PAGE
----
month, local organizations including the Kimmel Center, JazzBridge, and the Philadelphia Jazz Project will collaborate to promote and support Philadelphia’s jazz tradition and assets with scores of performances across the city, workshops, events, and pop-up performances.
“Philadelphia is home to a rich jazz legacy and a dynamic music scene,” said Mayor Michael A. Nutter. “This April, we observe National Jazz Appreciation month and celebrate Philadelphia’s past and continued contribution to American jazz history. What better time to get out, hear some great music and truly experience Philadelphia’s vibrant jazz performance scene?”
(Credit: William Claxton)
For the rest of the
504Multimedia Founder & CEO Dr William Jones
Phoenix Mayor Greg Stanton & 215 Publisher Wayne Gaskins
Mayors Nutter and Landrieu: Black Males Are an
Young, Black men are dying in America. Has the nation even noticed or has it bought into the notion that their lives are less valuable than others’? Those are two of many candid and difficult questions asked by Mayor Michael Nutter (Philadelphia) and Mayor Mitch Landrieu (New Orleans) during a joint appearance at the National Press Club to discuss urban violence. In 2012, 193 people were murdered in New Orleans and 331 in Philadelphia. In many cases, Nutter and Landrieu noted, young African-American males were the victims and the perpetrators
“I have been shocked and saddened by the violent and truly senseless crimes that have taken place in our cities. We must join together now”.
504 & 215 Magazines Stands With Mayor Nutter and Mayor Landrieu to reduce Crime in their Cities “With Music On Their Mind There’s No Time For Crime”
DR. William Jones CEO of 504 MultiMedia & Mayor Landrieu
Banquet Facility - The #1 Philadelphia Venue
Welcome to the beautiful Temptationâ€™s Banquet Facility, home of the finest Banquet and Wedding venues serving the Tri-State area! We are located in the heart of historic Germantown. In easy driving distance from the Philadelphia International Airport we are also easily accessible by car, public transportation, or Regional Rail Line (R7) via major routes: Lincoln Drive, Schuylkill Expressway, and City Avenue. Let our Banquet Facility be the place for your next social affair, and make memories that will last a life time. For more information on renting our facility or to check available dates, please contact Kathleen Williams @ 609.254.1188 or Vicky Poles @ 215.815.4194 or contact us here.
The Comcast Center
Philadelphia’s tallest building is also one of the country’s greenest
Standing at a robust 975 feet tall, the newly opened Comcast Center is the tallest building in Philadelphia. And with its ambitious incorporation of eco-friendly technologies, the Center is also the tallest “green” building in the country. The Comcast Center is definitely anything but your run-of-the-mill office building. There are numerous reasons for you to stop by and check it out. The building features a public plaza with a gorgeous fountain display, a dramatic eight-story “Winter Garden” and an energy-saving “glass curtain” that wraps around the Comcast Center, allowing for a 360° view of Philadelphia’s urban landscape.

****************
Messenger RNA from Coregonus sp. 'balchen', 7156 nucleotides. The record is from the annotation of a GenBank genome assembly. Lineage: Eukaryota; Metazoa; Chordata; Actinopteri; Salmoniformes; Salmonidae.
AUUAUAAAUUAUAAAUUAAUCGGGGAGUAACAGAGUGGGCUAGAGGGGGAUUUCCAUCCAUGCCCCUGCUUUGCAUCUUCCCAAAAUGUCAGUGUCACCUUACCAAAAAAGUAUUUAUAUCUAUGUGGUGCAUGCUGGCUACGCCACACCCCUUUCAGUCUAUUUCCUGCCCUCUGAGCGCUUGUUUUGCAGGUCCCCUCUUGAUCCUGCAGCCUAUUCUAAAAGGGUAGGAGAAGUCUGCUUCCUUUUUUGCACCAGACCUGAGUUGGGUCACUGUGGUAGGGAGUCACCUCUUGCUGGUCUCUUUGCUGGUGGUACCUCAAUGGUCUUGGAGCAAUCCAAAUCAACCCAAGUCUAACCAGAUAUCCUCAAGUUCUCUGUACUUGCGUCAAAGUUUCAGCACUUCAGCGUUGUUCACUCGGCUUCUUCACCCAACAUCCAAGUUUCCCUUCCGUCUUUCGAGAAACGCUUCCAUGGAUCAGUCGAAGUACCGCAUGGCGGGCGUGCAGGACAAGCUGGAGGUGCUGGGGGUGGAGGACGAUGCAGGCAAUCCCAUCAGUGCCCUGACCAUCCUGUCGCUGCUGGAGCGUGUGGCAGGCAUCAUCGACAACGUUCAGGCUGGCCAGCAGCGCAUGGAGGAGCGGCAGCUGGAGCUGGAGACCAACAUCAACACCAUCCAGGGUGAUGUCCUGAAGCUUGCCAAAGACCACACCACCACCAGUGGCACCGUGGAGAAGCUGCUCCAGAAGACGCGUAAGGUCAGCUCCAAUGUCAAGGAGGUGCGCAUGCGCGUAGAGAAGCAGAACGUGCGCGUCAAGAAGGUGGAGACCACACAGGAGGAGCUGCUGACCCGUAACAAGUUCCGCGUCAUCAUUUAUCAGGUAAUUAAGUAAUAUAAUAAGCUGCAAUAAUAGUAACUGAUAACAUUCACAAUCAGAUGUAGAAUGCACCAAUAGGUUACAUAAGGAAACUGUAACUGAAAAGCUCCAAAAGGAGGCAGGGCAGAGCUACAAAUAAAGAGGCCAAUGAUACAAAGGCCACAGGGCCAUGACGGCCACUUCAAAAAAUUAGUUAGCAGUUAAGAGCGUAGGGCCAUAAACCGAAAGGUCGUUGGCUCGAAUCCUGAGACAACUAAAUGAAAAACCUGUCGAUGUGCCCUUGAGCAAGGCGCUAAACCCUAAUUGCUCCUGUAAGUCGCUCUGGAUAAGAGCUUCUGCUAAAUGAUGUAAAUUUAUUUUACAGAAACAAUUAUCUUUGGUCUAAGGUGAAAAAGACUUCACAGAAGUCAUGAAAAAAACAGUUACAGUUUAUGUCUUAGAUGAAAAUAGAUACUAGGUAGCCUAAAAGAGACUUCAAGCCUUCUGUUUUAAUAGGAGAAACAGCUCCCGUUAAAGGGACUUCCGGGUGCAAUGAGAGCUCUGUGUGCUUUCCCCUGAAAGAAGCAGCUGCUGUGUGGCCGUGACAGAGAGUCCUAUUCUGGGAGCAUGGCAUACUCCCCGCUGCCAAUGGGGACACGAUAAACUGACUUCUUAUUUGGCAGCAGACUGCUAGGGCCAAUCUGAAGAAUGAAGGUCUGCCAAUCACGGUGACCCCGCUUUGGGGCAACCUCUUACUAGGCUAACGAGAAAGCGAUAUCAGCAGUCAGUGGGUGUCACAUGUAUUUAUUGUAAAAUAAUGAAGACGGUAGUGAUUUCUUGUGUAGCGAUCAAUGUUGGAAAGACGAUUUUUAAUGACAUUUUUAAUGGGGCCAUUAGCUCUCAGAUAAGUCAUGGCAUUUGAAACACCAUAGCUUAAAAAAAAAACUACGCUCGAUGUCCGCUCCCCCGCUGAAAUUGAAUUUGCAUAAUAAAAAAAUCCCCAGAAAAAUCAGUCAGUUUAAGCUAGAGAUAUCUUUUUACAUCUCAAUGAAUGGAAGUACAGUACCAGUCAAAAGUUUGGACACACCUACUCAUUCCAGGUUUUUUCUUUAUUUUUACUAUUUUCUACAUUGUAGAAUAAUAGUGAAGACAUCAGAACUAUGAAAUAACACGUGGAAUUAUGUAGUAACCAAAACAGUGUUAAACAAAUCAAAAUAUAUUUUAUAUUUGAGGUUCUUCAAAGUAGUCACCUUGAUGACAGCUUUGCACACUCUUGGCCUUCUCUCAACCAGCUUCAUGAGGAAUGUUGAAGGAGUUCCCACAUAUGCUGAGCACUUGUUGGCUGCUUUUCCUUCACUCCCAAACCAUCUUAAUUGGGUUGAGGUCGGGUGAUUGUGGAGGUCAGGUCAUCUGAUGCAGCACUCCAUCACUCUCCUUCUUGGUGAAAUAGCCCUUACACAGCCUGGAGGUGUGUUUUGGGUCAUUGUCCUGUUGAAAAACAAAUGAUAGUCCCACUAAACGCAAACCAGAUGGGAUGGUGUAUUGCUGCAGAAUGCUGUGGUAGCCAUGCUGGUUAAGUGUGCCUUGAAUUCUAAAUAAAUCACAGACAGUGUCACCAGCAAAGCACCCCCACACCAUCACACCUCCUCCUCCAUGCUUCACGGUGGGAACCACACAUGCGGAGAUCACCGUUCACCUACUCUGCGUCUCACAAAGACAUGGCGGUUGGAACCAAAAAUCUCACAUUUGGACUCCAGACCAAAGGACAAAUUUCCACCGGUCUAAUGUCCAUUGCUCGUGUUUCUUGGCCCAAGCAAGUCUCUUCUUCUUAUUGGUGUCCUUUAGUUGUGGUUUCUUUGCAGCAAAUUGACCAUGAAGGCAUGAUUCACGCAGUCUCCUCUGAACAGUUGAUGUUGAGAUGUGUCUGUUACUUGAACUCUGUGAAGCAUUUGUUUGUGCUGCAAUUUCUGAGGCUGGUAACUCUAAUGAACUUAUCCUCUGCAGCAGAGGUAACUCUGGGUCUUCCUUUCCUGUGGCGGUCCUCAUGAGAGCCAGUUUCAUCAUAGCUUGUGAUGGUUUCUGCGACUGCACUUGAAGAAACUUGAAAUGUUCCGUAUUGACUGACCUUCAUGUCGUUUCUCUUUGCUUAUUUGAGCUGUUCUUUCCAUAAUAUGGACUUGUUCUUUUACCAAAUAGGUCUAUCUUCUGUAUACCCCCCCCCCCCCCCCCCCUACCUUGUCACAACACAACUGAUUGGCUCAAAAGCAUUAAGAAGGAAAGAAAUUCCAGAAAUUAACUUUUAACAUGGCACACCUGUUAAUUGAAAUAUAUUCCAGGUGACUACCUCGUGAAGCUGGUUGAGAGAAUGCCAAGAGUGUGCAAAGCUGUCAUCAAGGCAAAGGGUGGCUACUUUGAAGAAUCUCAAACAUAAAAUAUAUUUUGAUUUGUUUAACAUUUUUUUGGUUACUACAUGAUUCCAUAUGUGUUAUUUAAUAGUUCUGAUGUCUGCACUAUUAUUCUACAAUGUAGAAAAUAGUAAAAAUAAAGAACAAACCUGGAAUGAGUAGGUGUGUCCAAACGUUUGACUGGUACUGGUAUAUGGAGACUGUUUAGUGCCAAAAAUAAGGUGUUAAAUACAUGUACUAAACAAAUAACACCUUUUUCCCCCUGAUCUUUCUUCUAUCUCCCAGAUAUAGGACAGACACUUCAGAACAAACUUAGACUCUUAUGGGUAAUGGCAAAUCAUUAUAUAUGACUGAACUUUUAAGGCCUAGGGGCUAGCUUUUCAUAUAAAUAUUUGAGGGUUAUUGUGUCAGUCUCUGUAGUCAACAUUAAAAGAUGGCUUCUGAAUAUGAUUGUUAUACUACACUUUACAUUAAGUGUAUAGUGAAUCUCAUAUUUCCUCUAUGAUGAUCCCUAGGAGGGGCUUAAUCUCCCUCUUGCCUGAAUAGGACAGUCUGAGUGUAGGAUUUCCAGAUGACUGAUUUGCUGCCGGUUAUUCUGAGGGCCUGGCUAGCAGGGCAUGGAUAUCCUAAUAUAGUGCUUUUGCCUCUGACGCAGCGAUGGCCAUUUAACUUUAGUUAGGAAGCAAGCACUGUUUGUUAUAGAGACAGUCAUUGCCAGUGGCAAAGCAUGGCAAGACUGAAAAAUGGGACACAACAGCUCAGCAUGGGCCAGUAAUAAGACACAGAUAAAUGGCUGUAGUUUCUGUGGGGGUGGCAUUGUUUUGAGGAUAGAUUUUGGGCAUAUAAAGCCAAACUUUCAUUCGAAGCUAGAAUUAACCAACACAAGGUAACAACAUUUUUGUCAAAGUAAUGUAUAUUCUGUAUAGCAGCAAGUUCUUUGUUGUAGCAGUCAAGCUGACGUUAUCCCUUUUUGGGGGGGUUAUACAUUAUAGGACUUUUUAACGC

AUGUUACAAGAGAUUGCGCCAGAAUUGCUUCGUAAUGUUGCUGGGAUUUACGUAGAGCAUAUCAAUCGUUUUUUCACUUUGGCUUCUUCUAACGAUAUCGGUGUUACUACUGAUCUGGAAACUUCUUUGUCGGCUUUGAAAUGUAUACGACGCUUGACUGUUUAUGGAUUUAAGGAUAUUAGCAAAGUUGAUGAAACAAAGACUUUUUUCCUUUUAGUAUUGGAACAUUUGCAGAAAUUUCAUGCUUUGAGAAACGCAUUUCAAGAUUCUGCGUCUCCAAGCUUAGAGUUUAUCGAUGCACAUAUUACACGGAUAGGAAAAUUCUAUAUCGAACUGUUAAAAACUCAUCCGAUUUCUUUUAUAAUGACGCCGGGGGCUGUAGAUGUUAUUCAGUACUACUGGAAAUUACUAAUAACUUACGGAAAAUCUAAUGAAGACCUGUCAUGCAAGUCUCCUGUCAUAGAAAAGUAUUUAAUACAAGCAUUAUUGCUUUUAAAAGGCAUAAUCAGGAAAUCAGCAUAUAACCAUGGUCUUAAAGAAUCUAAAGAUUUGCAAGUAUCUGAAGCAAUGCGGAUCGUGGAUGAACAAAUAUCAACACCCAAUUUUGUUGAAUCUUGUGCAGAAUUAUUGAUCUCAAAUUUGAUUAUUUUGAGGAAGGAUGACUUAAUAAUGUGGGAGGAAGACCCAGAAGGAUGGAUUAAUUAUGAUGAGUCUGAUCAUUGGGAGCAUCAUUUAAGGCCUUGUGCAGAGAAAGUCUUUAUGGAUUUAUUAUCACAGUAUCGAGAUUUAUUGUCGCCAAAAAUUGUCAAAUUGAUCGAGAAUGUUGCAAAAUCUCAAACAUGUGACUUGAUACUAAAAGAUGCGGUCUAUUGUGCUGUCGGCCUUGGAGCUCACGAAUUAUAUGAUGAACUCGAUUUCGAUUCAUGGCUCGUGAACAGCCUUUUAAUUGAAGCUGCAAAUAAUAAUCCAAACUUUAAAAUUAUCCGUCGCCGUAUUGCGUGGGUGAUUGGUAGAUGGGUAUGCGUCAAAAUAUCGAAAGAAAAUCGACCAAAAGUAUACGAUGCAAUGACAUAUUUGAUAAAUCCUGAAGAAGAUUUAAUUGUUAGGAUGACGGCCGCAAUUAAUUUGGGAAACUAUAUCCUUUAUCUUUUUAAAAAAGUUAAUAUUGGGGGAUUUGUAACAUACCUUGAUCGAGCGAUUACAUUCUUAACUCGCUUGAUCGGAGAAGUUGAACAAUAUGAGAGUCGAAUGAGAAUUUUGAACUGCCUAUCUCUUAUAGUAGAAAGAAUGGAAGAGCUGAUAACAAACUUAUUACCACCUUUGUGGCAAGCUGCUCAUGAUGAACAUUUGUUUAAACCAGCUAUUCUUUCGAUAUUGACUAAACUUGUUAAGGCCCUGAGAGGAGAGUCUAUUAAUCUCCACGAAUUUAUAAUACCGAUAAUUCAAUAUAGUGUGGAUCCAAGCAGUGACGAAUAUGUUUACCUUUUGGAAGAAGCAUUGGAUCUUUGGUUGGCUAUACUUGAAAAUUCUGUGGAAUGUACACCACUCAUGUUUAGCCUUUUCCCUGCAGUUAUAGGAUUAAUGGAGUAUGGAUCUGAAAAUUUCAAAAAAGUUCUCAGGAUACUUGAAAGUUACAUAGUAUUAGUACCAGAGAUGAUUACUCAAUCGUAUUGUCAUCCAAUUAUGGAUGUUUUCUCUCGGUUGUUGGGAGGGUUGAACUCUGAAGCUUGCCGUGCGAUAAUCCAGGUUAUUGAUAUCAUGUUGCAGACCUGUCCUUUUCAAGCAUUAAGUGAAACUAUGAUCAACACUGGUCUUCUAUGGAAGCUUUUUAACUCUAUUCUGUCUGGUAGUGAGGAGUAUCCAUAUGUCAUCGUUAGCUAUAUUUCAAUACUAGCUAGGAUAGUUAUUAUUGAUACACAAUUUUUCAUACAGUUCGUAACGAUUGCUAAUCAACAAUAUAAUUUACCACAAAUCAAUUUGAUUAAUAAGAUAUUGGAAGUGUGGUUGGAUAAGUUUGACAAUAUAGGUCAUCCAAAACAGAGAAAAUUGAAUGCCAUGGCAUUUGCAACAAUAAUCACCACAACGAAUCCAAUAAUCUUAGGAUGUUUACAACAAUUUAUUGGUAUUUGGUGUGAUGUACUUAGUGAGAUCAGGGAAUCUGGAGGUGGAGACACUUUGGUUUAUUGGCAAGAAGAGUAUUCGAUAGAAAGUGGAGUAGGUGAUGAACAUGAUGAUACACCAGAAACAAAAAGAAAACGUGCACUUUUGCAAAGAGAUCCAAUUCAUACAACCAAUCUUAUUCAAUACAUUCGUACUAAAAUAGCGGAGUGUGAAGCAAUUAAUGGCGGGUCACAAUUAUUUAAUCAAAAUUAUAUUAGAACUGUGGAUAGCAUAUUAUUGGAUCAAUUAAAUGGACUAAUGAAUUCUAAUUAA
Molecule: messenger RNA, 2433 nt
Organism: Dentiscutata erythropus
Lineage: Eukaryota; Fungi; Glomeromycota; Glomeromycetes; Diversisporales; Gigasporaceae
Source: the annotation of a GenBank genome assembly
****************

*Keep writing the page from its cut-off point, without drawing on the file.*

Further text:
At Wells Fargo, we embrace our responsibility to be a leading corporate citizen and the opportunity to create more resilient, sustainable communities through our operations and actions. We look for diverse perspectives to inform our business strategy, strive to strengthen financial knowledge and opportunities for our customers and communities, and are proactive in caring for and improving the environment.
Where We Give We actively support the revitalization and growth of the economy through community donations to nonprofits and schools, team mem ber philanthropy and volunteerism, community development loans and investments, enviromental initiatives, and other corporate citizenship initiatives.
LEXUS OF CHERRY HILL Welcome to Lexus of Cherry Hill, Mount Laurel, New Jersey Lexus of Cherry Hill has been a luxury vehicle Lexus dealer for the Philadelphia, PA area for over 25 years. Proudly serving New Jersey, Pennsylvania and Delaware. Located in Mt. Laurel, Lexus of Cherry Hill maintains an extensive inventory of both new and certified pre-owned Lexus cars and SUVs for the Philadelphia, PA metropolitan area. Rest assured that our wide range of Lexus models includes a comprehensive stock of the popular Lexus LS, ES, GS, IS, and RX, all priced to make owning a Lexus a reality. New Lexus Luxury Reward Program near Philadelphia PA Do you own an Audi, Infiniti, or Mercedes-Benz luxury vehicle? What about a BMW, Jaguar, or Land Rover? These are just a few of the luxury makes for which our NJ dealership offers a huge reward. Buy or lease a new Lexus today! At Lexus of Cherry Hill, we believe that if you try one of our new Lexus vehicles, you will never go back.